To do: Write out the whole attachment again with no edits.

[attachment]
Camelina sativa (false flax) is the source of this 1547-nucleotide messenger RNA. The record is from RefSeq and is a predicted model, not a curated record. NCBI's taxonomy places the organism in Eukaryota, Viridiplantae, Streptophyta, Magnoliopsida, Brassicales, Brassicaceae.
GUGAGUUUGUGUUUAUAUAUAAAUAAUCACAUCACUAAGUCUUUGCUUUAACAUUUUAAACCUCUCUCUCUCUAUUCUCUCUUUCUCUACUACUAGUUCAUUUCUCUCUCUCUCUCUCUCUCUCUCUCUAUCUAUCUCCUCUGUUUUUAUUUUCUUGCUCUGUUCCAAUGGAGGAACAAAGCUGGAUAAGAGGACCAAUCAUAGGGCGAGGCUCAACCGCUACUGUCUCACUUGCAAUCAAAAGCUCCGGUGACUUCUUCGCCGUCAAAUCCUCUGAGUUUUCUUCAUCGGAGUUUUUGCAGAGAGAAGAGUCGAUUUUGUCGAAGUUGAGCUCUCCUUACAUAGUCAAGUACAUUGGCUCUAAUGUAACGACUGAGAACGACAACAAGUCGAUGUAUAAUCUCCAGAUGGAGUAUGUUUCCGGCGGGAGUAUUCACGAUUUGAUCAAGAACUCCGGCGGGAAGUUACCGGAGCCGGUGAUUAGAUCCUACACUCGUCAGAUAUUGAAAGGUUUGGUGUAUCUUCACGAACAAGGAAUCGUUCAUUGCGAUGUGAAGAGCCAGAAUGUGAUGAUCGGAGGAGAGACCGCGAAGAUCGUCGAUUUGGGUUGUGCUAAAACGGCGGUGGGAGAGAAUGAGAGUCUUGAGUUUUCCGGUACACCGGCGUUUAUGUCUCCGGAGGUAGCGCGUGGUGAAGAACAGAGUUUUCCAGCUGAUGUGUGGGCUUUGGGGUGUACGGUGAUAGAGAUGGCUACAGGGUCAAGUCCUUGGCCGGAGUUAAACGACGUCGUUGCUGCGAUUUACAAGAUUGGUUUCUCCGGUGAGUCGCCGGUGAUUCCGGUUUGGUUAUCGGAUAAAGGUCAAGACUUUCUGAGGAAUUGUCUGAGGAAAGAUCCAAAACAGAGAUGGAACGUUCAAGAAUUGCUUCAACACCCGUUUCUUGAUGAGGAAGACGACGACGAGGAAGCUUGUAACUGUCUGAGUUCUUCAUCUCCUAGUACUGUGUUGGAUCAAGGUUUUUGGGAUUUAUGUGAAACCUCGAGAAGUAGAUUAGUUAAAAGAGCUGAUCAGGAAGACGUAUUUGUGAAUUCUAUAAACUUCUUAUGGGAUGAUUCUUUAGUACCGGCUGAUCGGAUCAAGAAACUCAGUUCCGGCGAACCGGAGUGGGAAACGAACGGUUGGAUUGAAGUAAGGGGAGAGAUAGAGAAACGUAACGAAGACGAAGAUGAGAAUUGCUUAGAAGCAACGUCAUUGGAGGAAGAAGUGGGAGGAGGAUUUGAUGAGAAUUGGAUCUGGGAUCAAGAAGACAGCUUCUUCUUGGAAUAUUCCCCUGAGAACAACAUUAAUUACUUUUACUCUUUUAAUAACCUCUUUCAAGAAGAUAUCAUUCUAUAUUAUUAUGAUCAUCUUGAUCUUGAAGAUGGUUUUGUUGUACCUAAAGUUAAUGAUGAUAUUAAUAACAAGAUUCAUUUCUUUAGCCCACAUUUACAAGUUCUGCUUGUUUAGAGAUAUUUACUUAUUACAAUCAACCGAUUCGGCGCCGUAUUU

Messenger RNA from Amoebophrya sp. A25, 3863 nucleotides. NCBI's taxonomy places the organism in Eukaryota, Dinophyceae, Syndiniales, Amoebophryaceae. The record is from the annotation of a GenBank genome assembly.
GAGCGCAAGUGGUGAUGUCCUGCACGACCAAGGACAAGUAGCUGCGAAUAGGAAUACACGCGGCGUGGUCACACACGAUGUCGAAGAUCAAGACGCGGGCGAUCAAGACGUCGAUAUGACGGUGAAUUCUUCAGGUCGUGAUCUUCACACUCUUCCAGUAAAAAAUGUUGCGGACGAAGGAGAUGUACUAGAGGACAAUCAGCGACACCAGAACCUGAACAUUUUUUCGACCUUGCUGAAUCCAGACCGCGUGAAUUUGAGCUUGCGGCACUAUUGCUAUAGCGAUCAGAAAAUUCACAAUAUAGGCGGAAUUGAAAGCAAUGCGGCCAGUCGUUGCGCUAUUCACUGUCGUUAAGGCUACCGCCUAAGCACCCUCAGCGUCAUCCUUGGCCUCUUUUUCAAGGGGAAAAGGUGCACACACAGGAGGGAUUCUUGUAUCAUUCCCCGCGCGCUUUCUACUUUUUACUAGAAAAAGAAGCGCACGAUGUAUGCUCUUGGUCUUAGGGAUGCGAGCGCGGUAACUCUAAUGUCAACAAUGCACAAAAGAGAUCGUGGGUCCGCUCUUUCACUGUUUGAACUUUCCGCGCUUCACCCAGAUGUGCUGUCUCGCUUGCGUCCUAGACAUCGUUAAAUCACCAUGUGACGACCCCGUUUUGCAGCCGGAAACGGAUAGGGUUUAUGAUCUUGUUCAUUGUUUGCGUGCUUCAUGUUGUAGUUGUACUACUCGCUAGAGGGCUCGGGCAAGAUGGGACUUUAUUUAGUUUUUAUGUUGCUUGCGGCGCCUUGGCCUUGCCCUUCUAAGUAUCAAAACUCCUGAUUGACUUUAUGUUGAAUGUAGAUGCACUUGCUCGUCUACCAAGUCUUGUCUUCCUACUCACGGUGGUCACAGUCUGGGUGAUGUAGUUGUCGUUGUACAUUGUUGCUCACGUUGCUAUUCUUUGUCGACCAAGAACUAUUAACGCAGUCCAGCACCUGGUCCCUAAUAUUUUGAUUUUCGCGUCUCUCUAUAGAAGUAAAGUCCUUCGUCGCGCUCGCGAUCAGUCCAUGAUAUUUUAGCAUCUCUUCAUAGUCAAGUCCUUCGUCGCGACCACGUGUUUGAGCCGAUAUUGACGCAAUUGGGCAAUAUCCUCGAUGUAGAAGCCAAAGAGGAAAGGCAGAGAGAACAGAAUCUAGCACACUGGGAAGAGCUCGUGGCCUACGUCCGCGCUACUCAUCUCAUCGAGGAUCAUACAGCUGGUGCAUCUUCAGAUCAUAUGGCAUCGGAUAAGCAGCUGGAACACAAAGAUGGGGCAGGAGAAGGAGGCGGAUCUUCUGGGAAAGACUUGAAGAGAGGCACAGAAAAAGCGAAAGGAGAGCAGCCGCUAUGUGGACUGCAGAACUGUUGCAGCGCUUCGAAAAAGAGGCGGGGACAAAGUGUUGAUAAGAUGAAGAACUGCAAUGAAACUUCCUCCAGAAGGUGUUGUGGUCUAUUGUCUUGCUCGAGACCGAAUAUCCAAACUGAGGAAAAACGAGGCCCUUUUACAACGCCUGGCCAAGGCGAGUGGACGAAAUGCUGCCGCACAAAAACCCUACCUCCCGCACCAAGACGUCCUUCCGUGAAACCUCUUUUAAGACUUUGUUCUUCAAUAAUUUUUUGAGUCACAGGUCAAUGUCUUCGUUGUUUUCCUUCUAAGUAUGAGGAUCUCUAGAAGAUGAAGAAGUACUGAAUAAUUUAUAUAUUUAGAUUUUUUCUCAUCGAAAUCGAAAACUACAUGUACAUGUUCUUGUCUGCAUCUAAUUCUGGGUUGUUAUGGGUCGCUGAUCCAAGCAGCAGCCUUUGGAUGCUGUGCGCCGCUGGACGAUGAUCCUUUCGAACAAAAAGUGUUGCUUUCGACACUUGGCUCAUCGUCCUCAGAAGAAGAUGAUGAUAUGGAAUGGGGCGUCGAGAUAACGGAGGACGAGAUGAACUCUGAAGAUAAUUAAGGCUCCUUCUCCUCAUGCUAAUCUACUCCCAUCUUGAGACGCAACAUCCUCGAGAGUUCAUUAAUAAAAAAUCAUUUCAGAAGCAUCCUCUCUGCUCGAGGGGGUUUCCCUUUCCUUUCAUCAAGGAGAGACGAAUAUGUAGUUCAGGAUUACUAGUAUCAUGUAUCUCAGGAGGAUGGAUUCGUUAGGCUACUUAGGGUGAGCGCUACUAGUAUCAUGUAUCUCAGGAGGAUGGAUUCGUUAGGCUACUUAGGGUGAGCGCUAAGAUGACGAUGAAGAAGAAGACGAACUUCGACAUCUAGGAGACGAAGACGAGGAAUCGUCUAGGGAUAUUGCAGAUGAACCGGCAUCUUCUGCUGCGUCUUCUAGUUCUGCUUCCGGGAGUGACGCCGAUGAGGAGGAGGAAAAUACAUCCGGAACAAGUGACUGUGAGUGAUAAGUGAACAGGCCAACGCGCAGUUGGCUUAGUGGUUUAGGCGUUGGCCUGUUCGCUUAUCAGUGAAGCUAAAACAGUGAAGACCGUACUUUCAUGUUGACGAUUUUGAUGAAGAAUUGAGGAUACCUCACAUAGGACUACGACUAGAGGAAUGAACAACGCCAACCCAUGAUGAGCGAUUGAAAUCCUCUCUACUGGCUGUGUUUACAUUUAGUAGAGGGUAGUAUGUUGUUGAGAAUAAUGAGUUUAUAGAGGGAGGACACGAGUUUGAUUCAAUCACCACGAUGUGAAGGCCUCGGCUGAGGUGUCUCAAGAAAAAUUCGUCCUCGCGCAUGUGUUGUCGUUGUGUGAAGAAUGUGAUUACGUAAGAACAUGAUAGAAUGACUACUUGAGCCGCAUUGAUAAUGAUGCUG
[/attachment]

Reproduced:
Camelina sativa (false flax) is the source of this 1547-nucleotide messenger RNA. The record is from RefSeq and is a predicted model, not a curated record. NCBI's taxonomy places the organism in Eukaryota, Viridiplantae, Streptophyta, Magnoliopsida, Brassicales, Brassicaceae.
GUGAGUUUGUGUUUAUAUAUAAAUAAUCACAUCACUAAGUCUUUGCUUUAACAUUUUAAACCUCUCUCUCUCUAUUCUCUCUUUCUCUACUACUAGUUCAUUUCUCUCUCUCUCUCUCUCUCUCUCUCUAUCUAUCUCCUCUGUUUUUAUUUUCUUGCUCUGUUCCAAUGGAGGAACAAAGCUGGAUAAGAGGACCAAUCAUAGGGCGAGGCUCAACCGCUACUGUCUCACUUGCAAUCAAAAGCUCCGGUGACUUCUUCGCCGUCAAAUCCUCUGAGUUUUCUUCAUCGGAGUUUUUGCAGAGAGAAGAGUCGAUUUUGUCGAAGUUGAGCUCUCCUUACAUAGUCAAGUACAUUGGCUCUAAUGUAACGACUGAGAACGACAACAAGUCGAUGUAUAAUCUCCAGAUGGAGUAUGUUUCCGGCGGGAGUAUUCACGAUUUGAUCAAGAACUCCGGCGGGAAGUUACCGGAGCCGGUGAUUAGAUCCUACACUCGUCAGAUAUUGAAAGGUUUGGUGUAUCUUCACGAACAAGGAAUCGUUCAUUGCGAUGUGAAGAGCCAGAAUGUGAUGAUCGGAGGAGAGACCGCGAAGAUCGUCGAUUUGGGUUGUGCUAAAACGGCGGUGGGAGAGAAUGAGAGUCUUGAGUUUUCCGGUACACCGGCGUUUAUGUCUCCGGAGGUAGCGCGUGGUGAAGAACAGAGUUUUCCAGCUGAUGUGUGGGCUUUGGGGUGUACGGUGAUAGAGAUGGCUACAGGGUCAAGUCCUUGGCCGGAGUUAAACGACGUCGUUGCUGCGAUUUACAAGAUUGGUUUCUCCGGUGAGUCGCCGGUGAUUCCGGUUUGGUUAUCGGAUAAAGGUCAAGACUUUCUGAGGAAUUGUCUGAGGAAAGAUCCAAAACAGAGAUGGAACGUUCAAGAAUUGCUUCAACACCCGUUUCUUGAUGAGGAAGACGACGACGAGGAAGCUUGUAACUGUCUGAGUUCUUCAUCUCCUAGUACUGUGUUGGAUCAAGGUUUUUGGGAUUUAUGUGAAACCUCGAGAAGUAGAUUAGUUAAAAGAGCUGAUCAGGAAGACGUAUUUGUGAAUUCUAUAAACUUCUUAUGGGAUGAUUCUUUAGUACCGGCUGAUCGGAUCAAGAAACUCAGUUCCGGCGAACCGGAGUGGGAAACGAACGGUUGGAUUGAAGUAAGGGGAGAGAUAGAGAAACGUAACGAAGACGAAGAUGAGAAUUGCUUAGAAGCAACGUCAUUGGAGGAAGAAGUGGGAGGAGGAUUUGAUGAGAAUUGGAUCUGGGAUCAAGAAGACAGCUUCUUCUUGGAAUAUUCCCCUGAGAACAACAUUAAUUACUUUUACUCUUUUAAUAACCUCUUUCAAGAAGAUAUCAUUCUAUAUUAUUAUGAUCAUCUUGAUCUUGAAGAUGGUUUUGUUGUACCUAAAGUUAAUGAUGAUAUUAAUAACAAGAUUCAUUUCUUUAGCCCACAUUUACAAGUUCUGCUUGUUUAGAGAUAUUUACUUAUUACAAUCAACCGAUUCGGCGCCGUAUUU

Messenger RNA from Amoebophrya sp. A25, 3863 nucleotides. NCBI's taxonomy places the organism in Eukaryota, Dinophyceae, Syndiniales, Amoebophryaceae. The record is from the annotation of a GenBank genome assembly.
GAGCGCAAGUGGUGAUGUCCUGCACGACCAAGGACAAGUAGCUGCGAAUAGGAAUACACGCGGCGUGGUCACACACGAUGUCGAAGAUCAAGACGCGGGCGAUCAAGACGUCGAUAUGACGGUGAAUUCUUCAGGUCGUGAUCUUCACACUCUUCCAGUAAAAAAUGUUGCGGACGAAGGAGAUGUACUAGAGGACAAUCAGCGACACCAGAACCUGAACAUUUUUUCGACCUUGCUGAAUCCAGACCGCGUGAAUUUGAGCUUGCGGCACUAUUGCUAUAGCGAUCAGAAAAUUCACAAUAUAGGCGGAAUUGAAAGCAAUGCGGCCAGUCGUUGCGCUAUUCACUGUCGUUAAGGCUACCGCCUAAGCACCCUCAGCGUCAUCCUUGGCCUCUUUUUCAAGGGGAAAAGGUGCACACACAGGAGGGAUUCUUGUAUCAUUCCCCGCGCGCUUUCUACUUUUUACUAGAAAAAGAAGCGCACGAUGUAUGCUCUUGGUCUUAGGGAUGCGAGCGCGGUAACUCUAAUGUCAACAAUGCACAAAAGAGAUCGUGGGUCCGCUCUUUCACUGUUUGAACUUUCCGCGCUUCACCCAGAUGUGCUGUCUCGCUUGCGUCCUAGACAUCGUUAAAUCACCAUGUGACGACCCCGUUUUGCAGCCGGAAACGGAUAGGGUUUAUGAUCUUGUUCAUUGUUUGCGUGCUUCAUGUUGUAGUUGUACUACUCGCUAGAGGGCUCGGGCAAGAUGGGACUUUAUUUAGUUUUUAUGUUGCUUGCGGCGCCUUGGCCUUGCCCUUCUAAGUAUCAAAACUCCUGAUUGACUUUAUGUUGAAUGUAGAUGCACUUGCUCGUCUACCAAGUCUUGUCUUCCUACUCACGGUGGUCACAGUCUGGGUGAUGUAGUUGUCGUUGUACAUUGUUGCUCACGUUGCUAUUCUUUGUCGACCAAGAACUAUUAACGCAGUCCAGCACCUGGUCCCUAAUAUUUUGAUUUUCGCGUCUCUCUAUAGAAGUAAAGUCCUUCGUCGCGCUCGCGAUCAGUCCAUGAUAUUUUAGCAUCUCUUCAUAGUCAAGUCCUUCGUCGCGACCACGUGUUUGAGCCGAUAUUGACGCAAUUGGGCAAUAUCCUCGAUGUAGAAGCCAAAGAGGAAAGGCAGAGAGAACAGAAUCUAGCACACUGGGAAGAGCUCGUGGCCUACGUCCGCGCUACUCAUCUCAUCGAGGAUCAUACAGCUGGUGCAUCUUCAGAUCAUAUGGCAUCGGAUAAGCAGCUGGAACACAAAGAUGGGGCAGGAGAAGGAGGCGGAUCUUCUGGGAAAGACUUGAAGAGAGGCACAGAAAAAGCGAAAGGAGAGCAGCCGCUAUGUGGACUGCAGAACUGUUGCAGCGCUUCGAAAAAGAGGCGGGGACAAAGUGUUGAUAAGAUGAAGAACUGCAAUGAAACUUCCUCCAGAAGGUGUUGUGGUCUAUUGUCUUGCUCGAGACCGAAUAUCCAAACUGAGGAAAAACGAGGCCCUUUUACAACGCCUGGCCAAGGCGAGUGGACGAAAUGCUGCCGCACAAAAACCCUACCUCCCGCACCAAGACGUCCUUCCGUGAAACCUCUUUUAAGACUUUGUUCUUCAAUAAUUUUUUGAGUCACAGGUCAAUGUCUUCGUUGUUUUCCUUCUAAGUAUGAGGAUCUCUAGAAGAUGAAGAAGUACUGAAUAAUUUAUAUAUUUAGAUUUUUUCUCAUCGAAAUCGAAAACUACAUGUACAUGUUCUUGUCUGCAUCUAAUUCUGGGUUGUUAUGGGUCGCUGAUCCAAGCAGCAGCCUUUGGAUGCUGUGCGCCGCUGGACGAUGAUCCUUUCGAACAAAAAGUGUUGCUUUCGACACUUGGCUCAUCGUCCUCAGAAGAAGAUGAUGAUAUGGAAUGGGGCGUCGAGAUAACGGAGGACGAGAUGAACUCUGAAGAUAAUUAAGGCUCCUUCUCCUCAUGCUAAUCUACUCCCAUCUUGAGACGCAACAUCCUCGAGAGUUCAUUAAUAAAAAAUCAUUUCAGAAGCAUCCUCUCUGCUCGAGGGGGUUUCCCUUUCCUUUCAUCAAGGAGAGACGAAUAUGUAGUUCAGGAUUACUAGUAUCAUGUAUCUCAGGAGGAUGGAUUCGUUAGGCUACUUAGGGUGAGCGCUACUAGUAUCAUGUAUCUCAGGAGGAUGGAUUCGUUAGGCUACUUAGGGUGAGCGCUAAGAUGACGAUGAAGAAGAAGACGAACUUCGACAUCUAGGAGACGAAGACGAGGAAUCGUCUAGGGAUAUUGCAGAUGAACCGGCAUCUUCUGCUGCGUCUUCUAGUUCUGCUUCCGGGAGUGACGCCGAUGAGGAGGAGGAAAAUACAUCCGGAACAAGUGACUGUGAGUGAUAAGUGAACAGGCCAACGCGCAGUUGGCUUAGUGGUUUAGGCGUUGGCCUGUUCGCUUAUCAGUGAAGCUAAAACAGUGAAGACCGUACUUUCAUGUUGACGAUUUUGAUGAAGAAUUGAGGAUACCUCACAUAGGACUACGACUAGAGGAAUGAACAACGCCAACCCAUGAUGAGCGAUUGAAAUCCUCUCUACUGGCUGUGUUUACAUUUAGUAGAGGGUAGUAUGUUGUUGAGAAUAAUGAGUUUAUAGAGGGAGGACACGAGUUUGAUUCAAUCACCACGAUGUGAAGGCCUCGGCUGAGGUGUCUCAAGAAAAAUUCGUCCUCGCGCAUGUGUUGUCGUUGUGUGAAGAAUGUGAUUACGUAAGAACAUGAUAGAAUGACUACUUGAGCCGCAUUGAUAAUGAUGCUG